Elizabeth Carne

Elizabeth Catherine Thomas Carne  was the fifth daughter of eight children born to Joseph Carne, F.R.S., and his wife Mary Thomas Carne.

Elizabeth was born at Rivière House, in the parish of Phillack, near Hayle, Cornwall and baptised in Phillack church on 15 May 1820.

At Riviere House the cellars were fitted out as laboratories where smelting processes of copper and tin were tested and minerals and rocks studied for their constituents. To that laboratory had come, before she was born, people such as Davies Gilbert, bringing with him the young  Humphry Davy to view the workings of a scientific environment.

Born into a wealthy and influential Methodist family of mine owners and merchants, Elizabeth was acutely aware throughout her life of the poverty and deprivation in surrounding mining areas and the dire need for education and social support for those less fortunate.

She read widely, studied mathematics and the classics, and learned several languages.

Ann Glanville – Champion female rower of the world

Ann Glanville

Ann was born in Saltash, Cornwall in 1796 as Ann Warren.

She married John Glanville, a waterman. They had fourteen children and when John fell ill, Ann continued her husband's trade to support the family.

Ann formed a crew of four female rowers who took part in local regattas.

She was noted for her large stature and for her crew who dressed in white caps and dresses.

Their success led to competitions all over the country. One event at Fleetwood was watched by Queen Victoria, who congratulated Ann when they won by beating an all-male crew. The most famous competition was in 1833 when they visited Le Havre and beat the best ten French male crews by 100 yards; this led the press to call her the champion female rower of the world.

Ann continued competitive rowing until she was in her sixties. Into her old age, she was given to circling the warships anchored in the Hamoaze on the Tamar exchanging banter with their crews.

Anna Maria Fox - Quaker, promoter of the Royal Cornwall Polytechnic Society and the artistic and cultural development of Falmouth, philanthropist

Anna Maria Fox

Anna Maria Fox was born on 21st February 1816 the eldest child of Robert Were Fox FRS and Maria Barclay, his wife.

Her father was a member of the Quaker Fox family of Falmouth and maternal grandmother was a first cousin of Elizabeth Fry.

The family lived at Rosehill and Penjerrick.

Anna never married. With her sister, Caroline, she raised the four sons of her brother, Barclay, after the death of their parents.

Anna outlived her sister by sixteen years.

For several years between 1820 and 1860, the iron foundry of Perran was partly owned by members of the Fox family and the workmen of the foundry frequently, brought models of machines and other inventions to Anna's father for his advice and opinion.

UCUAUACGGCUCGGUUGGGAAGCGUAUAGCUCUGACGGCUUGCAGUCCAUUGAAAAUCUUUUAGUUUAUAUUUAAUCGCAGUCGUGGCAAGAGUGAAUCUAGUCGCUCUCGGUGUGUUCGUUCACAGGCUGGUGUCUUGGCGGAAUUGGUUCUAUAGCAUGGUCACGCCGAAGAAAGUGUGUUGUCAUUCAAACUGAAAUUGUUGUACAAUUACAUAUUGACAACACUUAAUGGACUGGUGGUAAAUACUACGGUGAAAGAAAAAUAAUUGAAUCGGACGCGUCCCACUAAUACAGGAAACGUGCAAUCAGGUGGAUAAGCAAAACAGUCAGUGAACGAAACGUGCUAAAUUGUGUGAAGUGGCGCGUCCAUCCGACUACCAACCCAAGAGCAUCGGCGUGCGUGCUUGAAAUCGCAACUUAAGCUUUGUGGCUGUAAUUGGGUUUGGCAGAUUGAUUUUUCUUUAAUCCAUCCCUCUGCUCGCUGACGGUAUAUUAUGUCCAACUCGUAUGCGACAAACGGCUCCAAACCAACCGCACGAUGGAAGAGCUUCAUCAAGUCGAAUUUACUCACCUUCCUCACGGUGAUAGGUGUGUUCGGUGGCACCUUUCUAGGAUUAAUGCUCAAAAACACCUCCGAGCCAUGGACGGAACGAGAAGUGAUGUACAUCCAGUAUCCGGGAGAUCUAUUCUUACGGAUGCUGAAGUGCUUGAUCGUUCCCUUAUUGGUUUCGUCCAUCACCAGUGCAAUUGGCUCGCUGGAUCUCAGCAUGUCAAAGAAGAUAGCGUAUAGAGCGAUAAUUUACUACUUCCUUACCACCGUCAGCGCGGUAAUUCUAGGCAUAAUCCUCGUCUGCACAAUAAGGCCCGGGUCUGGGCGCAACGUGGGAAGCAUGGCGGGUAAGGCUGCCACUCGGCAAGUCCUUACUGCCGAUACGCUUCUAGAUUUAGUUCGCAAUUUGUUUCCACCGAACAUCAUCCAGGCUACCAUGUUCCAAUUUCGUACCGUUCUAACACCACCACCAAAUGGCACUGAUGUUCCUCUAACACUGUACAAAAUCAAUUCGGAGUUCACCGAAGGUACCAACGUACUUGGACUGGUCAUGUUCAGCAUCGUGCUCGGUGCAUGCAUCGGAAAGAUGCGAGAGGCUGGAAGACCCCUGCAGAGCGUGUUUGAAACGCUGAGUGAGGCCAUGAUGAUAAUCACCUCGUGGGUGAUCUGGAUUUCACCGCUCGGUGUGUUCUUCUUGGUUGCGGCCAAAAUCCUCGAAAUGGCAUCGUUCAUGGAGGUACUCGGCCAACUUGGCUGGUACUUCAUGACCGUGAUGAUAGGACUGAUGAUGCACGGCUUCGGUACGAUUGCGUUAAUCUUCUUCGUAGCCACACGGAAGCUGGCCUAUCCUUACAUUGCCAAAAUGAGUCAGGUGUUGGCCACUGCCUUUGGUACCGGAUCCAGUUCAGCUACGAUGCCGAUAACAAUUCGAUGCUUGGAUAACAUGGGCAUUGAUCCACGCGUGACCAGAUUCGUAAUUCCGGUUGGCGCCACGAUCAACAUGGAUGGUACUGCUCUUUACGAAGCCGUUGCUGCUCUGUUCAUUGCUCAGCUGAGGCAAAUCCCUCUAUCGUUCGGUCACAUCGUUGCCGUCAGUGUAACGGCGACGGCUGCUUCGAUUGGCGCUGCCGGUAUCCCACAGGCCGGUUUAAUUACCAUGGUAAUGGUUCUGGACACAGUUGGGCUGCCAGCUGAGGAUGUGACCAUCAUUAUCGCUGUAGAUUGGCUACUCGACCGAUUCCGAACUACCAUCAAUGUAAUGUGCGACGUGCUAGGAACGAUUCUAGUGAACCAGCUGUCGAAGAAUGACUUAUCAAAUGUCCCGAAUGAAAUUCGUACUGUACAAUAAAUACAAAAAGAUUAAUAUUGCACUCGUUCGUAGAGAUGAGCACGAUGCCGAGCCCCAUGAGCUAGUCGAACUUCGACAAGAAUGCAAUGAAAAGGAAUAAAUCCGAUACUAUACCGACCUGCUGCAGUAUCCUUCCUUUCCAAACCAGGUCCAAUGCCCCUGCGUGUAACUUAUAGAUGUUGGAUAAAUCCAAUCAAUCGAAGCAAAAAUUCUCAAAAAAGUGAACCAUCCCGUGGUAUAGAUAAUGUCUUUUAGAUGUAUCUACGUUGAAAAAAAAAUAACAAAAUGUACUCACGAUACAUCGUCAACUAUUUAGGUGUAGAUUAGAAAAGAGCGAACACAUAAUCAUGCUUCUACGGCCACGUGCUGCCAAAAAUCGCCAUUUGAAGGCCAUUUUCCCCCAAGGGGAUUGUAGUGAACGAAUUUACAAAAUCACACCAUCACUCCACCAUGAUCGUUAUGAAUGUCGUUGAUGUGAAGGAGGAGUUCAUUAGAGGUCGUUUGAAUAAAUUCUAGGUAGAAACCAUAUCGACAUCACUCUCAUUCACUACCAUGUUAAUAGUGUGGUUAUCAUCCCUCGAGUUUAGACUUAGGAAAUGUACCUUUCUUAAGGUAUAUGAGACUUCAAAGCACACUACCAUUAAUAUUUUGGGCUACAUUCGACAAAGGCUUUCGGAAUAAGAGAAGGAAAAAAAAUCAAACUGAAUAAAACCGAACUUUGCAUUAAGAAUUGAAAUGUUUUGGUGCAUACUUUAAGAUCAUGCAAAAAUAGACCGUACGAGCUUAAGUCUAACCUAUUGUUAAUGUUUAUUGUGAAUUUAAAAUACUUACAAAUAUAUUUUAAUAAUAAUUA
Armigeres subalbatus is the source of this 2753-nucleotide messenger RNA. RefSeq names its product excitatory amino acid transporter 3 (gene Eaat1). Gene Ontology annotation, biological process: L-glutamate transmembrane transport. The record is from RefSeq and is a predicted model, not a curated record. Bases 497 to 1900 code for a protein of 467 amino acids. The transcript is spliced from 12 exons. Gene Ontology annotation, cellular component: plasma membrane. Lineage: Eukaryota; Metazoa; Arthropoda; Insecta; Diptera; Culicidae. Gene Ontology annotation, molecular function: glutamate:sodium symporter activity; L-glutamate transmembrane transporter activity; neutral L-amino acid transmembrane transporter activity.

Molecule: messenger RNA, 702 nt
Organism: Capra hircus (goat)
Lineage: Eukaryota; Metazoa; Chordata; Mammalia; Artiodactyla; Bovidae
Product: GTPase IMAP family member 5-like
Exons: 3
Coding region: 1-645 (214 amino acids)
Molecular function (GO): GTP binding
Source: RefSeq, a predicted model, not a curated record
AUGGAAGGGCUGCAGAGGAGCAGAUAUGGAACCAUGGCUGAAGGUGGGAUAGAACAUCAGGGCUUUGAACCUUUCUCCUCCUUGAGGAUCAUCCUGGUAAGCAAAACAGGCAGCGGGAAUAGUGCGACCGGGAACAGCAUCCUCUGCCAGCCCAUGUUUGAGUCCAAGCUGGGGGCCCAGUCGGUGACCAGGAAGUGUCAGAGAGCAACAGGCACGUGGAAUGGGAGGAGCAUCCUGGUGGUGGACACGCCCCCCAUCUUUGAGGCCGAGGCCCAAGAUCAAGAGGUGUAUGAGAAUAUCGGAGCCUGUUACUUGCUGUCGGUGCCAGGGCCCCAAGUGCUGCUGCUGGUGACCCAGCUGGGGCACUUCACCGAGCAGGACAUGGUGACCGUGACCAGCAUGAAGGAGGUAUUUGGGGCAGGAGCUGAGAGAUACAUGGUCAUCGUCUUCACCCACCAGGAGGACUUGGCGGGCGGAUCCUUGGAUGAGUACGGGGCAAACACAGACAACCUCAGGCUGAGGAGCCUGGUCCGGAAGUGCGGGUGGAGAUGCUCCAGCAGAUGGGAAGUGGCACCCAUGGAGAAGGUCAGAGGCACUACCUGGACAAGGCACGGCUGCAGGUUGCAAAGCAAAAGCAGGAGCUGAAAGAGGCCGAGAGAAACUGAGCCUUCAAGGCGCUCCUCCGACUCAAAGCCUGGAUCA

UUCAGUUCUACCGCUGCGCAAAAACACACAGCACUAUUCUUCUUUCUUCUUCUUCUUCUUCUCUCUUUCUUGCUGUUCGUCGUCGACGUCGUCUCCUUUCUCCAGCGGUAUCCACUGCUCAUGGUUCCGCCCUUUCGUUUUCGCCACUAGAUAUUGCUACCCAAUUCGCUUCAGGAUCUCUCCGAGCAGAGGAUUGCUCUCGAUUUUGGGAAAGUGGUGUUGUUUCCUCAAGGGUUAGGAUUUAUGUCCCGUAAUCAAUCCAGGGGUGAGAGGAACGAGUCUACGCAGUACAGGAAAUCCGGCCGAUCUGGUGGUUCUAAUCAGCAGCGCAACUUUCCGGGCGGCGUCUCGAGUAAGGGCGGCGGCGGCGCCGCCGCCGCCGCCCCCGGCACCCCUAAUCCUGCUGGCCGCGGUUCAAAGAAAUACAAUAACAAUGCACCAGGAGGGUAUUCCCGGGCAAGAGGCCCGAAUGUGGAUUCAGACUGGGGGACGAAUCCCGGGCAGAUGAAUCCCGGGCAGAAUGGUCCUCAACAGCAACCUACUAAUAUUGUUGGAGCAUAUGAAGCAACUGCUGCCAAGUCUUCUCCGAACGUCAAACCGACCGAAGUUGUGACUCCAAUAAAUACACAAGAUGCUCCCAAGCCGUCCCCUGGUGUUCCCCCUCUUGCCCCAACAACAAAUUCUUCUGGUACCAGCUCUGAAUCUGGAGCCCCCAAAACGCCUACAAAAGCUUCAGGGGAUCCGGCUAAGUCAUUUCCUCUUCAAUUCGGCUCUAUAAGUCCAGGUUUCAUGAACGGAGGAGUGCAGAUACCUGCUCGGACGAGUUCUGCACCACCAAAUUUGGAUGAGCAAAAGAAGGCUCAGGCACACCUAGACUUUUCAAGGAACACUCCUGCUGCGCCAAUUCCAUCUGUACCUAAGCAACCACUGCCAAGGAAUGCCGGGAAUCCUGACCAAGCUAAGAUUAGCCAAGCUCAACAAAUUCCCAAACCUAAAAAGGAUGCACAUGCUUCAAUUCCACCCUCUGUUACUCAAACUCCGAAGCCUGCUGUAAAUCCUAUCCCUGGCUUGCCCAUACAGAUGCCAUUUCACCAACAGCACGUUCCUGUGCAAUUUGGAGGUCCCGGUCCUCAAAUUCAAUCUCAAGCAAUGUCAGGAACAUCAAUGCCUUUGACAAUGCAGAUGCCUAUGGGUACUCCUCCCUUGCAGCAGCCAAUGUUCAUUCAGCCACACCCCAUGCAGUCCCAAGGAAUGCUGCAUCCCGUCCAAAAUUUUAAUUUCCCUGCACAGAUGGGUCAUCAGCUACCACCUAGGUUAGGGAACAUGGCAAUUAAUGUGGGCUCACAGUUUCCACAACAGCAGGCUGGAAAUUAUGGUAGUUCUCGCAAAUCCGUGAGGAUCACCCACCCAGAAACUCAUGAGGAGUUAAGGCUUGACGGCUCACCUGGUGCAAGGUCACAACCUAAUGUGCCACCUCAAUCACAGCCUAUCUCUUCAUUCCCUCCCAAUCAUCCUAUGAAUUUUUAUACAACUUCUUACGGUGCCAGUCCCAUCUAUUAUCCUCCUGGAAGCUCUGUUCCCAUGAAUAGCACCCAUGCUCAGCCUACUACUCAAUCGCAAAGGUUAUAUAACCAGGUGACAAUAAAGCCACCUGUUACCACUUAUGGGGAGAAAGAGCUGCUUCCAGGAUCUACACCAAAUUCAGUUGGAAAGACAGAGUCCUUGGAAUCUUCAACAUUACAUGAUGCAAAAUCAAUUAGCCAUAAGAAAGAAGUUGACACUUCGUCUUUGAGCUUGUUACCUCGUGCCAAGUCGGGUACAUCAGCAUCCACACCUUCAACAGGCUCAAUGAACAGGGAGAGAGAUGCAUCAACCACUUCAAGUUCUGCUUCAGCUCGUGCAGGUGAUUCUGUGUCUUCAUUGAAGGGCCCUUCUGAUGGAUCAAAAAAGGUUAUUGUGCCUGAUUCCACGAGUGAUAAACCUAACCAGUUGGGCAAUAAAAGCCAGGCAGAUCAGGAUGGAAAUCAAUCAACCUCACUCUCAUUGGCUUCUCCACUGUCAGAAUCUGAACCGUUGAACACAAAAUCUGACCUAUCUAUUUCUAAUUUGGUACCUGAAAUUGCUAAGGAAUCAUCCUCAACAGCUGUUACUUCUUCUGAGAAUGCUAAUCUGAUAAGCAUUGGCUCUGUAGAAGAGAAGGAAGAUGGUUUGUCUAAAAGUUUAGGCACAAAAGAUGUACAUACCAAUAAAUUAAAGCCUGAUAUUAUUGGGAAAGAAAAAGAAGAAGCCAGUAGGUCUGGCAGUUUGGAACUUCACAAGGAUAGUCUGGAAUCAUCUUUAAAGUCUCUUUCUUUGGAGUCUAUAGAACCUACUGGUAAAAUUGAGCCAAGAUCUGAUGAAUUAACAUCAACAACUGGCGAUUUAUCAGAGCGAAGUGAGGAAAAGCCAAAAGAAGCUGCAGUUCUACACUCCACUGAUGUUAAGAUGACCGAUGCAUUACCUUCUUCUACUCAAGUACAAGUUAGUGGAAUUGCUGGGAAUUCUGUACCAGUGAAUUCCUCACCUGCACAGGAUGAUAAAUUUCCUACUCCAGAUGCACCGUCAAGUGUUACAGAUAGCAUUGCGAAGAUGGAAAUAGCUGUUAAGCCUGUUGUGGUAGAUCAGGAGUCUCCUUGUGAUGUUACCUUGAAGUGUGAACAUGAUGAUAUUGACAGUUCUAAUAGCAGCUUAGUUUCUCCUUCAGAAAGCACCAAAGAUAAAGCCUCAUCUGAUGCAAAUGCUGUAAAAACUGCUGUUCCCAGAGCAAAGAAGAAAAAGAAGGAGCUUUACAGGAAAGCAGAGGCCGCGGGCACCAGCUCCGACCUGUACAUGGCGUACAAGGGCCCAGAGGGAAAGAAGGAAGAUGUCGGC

Hannah Stacey - UK women's free-diving record holder, World Female Freediver of the Year 2004, movie stunt double

Hannah Stacey

Hannah was born in St Eval in Cornwall.

She learnt to swim in the ocean, spending much of her childhood at the beach bodysurfing. The love of the sea first inspired Hannah's interest in Freediving back in 2000.

Hannah has won two UK records, a UK title and competed in Nice, Ibiza, the Red Sea and Hawaii as a member of the UK team.

She was been named as the World's Best Female Freediver for 2004, beating off competition from national freediving champions from around the globe.

Hannah set a new national record in Cyprus for constant weight. She swam to a depth of 54 metres and back using just her own weight and a monofin.

Sir Humphry Davy - inventor of the miners safety lamp, founder of Regents Park Zoo, chemist

Humphry Davy

Humphry Davy was born on the 17th December 1778 in Penzance, the son of a woodcarver .

His interest in scientific things was fostered by his acquaintance with Robert Duncan, a Penzance saddler who made electrical and mechanical models.

He went to school first in Penzance, then to Truro Grammar School when he was 15.

His father, Robert Davy, died, in 1794 leaving a widow and five children without much money.

At 16 he became apprenticed to Dr John Borlase, a Penzance surgeon.

Here his work involved mixing potions in the laboratory.

He set about systematically to prepare himself for a career in medicine by reading widely. Beginning with metaphysics and ethics and passing on to mathematics, then chemistry at the end of 1797, and within a few months of reading Nicholsons and Lavoisiers treatises on chemistry had produced a new theory of light and heat.

Then a chance meeting with a Bristol scientist, Dr Beddoes, led to his being offered a job as assistant in the newly opened Pneumatic Institution in Bristol in 1798.

Within four years he had established himself as a scientist through his experiments with gasses.